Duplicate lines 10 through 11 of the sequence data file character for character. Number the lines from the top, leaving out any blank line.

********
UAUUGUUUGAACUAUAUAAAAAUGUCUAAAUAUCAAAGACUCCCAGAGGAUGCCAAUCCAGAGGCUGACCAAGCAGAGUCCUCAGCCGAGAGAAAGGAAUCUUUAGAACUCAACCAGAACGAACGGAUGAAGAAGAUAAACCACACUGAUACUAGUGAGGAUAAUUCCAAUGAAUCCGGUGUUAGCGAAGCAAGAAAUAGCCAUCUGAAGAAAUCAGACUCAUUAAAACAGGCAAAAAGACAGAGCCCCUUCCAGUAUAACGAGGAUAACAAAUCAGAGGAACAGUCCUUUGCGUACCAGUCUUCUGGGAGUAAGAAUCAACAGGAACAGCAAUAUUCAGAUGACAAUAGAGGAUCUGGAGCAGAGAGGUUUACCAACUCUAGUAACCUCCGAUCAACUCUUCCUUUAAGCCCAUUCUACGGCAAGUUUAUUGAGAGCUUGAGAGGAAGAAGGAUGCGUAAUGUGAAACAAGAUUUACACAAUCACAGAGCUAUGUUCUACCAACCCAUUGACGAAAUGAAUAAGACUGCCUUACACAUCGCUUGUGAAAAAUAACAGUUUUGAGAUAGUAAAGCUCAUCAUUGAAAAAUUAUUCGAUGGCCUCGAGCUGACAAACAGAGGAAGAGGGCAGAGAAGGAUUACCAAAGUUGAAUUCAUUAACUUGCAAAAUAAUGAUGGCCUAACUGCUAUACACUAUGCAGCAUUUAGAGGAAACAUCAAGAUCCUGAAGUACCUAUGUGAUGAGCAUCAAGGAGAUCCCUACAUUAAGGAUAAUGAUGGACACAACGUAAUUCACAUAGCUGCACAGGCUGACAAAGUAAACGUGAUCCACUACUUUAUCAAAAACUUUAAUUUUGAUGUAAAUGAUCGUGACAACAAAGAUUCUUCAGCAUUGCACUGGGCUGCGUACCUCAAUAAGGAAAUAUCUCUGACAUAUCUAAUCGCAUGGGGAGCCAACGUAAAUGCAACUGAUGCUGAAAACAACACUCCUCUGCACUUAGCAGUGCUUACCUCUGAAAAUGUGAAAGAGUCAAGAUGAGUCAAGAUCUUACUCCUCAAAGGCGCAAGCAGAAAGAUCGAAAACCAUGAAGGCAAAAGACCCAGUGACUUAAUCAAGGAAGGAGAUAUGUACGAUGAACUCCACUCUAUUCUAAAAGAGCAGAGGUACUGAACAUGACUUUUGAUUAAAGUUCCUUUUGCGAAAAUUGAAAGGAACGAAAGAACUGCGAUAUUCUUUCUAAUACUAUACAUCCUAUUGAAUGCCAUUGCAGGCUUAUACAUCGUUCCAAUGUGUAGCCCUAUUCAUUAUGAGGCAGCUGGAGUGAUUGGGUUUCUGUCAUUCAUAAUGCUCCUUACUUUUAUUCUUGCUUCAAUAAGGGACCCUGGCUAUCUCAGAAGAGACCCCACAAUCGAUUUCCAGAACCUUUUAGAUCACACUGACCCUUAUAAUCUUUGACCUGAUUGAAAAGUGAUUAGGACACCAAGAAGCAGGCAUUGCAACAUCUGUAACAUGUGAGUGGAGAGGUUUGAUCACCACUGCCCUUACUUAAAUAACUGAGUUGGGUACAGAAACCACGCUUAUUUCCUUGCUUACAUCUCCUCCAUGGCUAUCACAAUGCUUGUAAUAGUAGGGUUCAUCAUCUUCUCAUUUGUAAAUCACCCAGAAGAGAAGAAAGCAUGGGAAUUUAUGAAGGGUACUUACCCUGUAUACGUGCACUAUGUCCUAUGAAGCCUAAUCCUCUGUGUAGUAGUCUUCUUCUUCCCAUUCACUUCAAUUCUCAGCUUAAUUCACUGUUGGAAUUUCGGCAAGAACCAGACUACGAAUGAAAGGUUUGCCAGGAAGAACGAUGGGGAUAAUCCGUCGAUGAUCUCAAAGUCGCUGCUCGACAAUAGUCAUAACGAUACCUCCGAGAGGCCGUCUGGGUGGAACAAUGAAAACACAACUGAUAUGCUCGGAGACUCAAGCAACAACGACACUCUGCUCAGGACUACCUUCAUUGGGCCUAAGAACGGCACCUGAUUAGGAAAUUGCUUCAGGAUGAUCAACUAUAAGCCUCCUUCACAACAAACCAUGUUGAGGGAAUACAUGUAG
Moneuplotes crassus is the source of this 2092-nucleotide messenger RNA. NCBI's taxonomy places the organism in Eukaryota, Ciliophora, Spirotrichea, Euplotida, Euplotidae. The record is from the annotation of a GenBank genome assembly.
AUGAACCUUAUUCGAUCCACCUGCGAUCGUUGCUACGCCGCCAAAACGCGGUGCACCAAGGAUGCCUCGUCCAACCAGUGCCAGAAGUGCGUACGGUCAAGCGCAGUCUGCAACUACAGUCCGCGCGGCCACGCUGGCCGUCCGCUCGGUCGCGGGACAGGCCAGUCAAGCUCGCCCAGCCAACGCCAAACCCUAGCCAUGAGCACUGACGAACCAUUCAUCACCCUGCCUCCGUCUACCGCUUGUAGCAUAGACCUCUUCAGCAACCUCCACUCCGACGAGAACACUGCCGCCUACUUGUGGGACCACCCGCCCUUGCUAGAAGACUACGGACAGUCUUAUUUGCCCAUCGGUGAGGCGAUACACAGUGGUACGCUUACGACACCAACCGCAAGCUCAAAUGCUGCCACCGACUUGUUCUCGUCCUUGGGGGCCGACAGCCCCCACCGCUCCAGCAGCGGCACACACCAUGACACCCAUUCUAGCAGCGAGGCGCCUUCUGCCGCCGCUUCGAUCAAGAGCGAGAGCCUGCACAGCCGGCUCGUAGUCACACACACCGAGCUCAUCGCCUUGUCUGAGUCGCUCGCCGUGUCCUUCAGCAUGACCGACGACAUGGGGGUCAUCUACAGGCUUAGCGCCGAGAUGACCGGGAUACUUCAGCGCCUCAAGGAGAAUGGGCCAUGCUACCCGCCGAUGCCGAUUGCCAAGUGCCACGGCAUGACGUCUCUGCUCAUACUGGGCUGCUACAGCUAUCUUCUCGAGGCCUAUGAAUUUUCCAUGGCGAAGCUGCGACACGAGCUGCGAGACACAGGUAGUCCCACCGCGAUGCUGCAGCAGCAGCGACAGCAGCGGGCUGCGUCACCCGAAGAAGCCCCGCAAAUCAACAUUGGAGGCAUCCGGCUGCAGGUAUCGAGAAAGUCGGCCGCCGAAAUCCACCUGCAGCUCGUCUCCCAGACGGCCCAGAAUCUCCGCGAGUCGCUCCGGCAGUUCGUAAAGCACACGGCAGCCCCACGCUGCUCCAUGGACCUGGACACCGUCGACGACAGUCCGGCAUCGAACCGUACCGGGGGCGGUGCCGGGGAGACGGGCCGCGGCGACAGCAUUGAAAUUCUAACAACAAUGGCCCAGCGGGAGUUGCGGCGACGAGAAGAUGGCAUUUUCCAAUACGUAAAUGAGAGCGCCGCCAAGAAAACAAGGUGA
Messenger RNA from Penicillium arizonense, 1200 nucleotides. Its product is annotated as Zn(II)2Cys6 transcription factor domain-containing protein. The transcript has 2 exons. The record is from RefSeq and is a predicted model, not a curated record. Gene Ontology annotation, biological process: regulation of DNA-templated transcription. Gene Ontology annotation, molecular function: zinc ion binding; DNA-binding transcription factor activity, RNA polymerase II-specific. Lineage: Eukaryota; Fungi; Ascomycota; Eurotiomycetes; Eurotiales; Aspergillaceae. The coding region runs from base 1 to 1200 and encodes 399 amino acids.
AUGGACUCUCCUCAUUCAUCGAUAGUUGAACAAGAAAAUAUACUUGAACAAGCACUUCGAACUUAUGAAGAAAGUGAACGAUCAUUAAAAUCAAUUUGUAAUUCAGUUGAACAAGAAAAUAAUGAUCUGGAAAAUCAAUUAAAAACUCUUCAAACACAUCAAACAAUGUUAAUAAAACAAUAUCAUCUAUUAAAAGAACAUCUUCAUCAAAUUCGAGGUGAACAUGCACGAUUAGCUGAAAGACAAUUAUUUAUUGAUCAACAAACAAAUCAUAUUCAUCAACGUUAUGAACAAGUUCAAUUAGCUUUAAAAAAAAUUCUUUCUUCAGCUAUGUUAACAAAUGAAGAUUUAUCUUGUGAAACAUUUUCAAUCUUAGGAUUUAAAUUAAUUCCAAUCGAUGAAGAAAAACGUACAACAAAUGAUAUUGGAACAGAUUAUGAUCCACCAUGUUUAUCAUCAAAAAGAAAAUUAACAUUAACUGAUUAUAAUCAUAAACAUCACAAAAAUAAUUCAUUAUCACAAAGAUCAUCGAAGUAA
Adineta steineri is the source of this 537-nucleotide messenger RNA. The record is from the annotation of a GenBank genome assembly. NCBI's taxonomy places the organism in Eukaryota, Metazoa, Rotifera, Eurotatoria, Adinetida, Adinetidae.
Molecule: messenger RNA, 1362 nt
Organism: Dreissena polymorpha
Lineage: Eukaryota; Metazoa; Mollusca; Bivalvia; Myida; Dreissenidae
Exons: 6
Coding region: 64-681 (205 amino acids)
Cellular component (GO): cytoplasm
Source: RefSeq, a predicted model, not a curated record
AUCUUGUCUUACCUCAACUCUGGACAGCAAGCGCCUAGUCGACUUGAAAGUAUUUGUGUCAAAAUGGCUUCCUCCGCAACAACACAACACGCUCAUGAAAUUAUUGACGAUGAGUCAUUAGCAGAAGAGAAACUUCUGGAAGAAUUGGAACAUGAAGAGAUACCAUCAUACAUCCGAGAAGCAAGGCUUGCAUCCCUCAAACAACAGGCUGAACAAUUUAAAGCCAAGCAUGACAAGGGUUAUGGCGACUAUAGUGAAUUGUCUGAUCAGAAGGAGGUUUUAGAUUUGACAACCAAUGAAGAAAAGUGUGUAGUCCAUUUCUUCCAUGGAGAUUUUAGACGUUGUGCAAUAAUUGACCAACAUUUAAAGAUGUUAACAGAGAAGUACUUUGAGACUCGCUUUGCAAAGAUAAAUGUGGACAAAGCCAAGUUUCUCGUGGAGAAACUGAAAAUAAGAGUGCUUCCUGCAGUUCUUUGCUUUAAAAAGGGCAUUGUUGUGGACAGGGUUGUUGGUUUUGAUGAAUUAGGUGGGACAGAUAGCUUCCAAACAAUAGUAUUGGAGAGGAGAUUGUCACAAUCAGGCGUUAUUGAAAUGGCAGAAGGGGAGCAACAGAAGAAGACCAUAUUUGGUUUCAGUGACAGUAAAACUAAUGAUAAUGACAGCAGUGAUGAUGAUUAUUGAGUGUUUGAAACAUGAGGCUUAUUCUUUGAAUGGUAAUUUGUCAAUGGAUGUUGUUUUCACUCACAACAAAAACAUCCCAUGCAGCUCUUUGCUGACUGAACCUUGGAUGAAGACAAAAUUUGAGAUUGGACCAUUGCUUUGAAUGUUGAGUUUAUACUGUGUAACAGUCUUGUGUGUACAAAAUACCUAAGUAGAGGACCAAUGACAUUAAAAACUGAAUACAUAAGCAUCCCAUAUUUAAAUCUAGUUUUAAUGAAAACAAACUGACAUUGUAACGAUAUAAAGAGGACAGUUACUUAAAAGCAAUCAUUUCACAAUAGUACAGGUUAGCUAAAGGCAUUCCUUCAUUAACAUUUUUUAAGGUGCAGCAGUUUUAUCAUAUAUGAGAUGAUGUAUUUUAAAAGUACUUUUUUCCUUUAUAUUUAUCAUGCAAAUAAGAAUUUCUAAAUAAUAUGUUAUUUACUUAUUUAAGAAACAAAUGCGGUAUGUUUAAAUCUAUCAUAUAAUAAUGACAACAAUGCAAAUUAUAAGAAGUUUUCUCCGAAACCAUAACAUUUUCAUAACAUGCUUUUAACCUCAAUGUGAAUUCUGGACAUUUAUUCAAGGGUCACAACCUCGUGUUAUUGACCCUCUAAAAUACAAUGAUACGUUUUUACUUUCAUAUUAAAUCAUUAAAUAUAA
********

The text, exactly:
Exons: 6
Coding region: 64-681 (205 amino acids)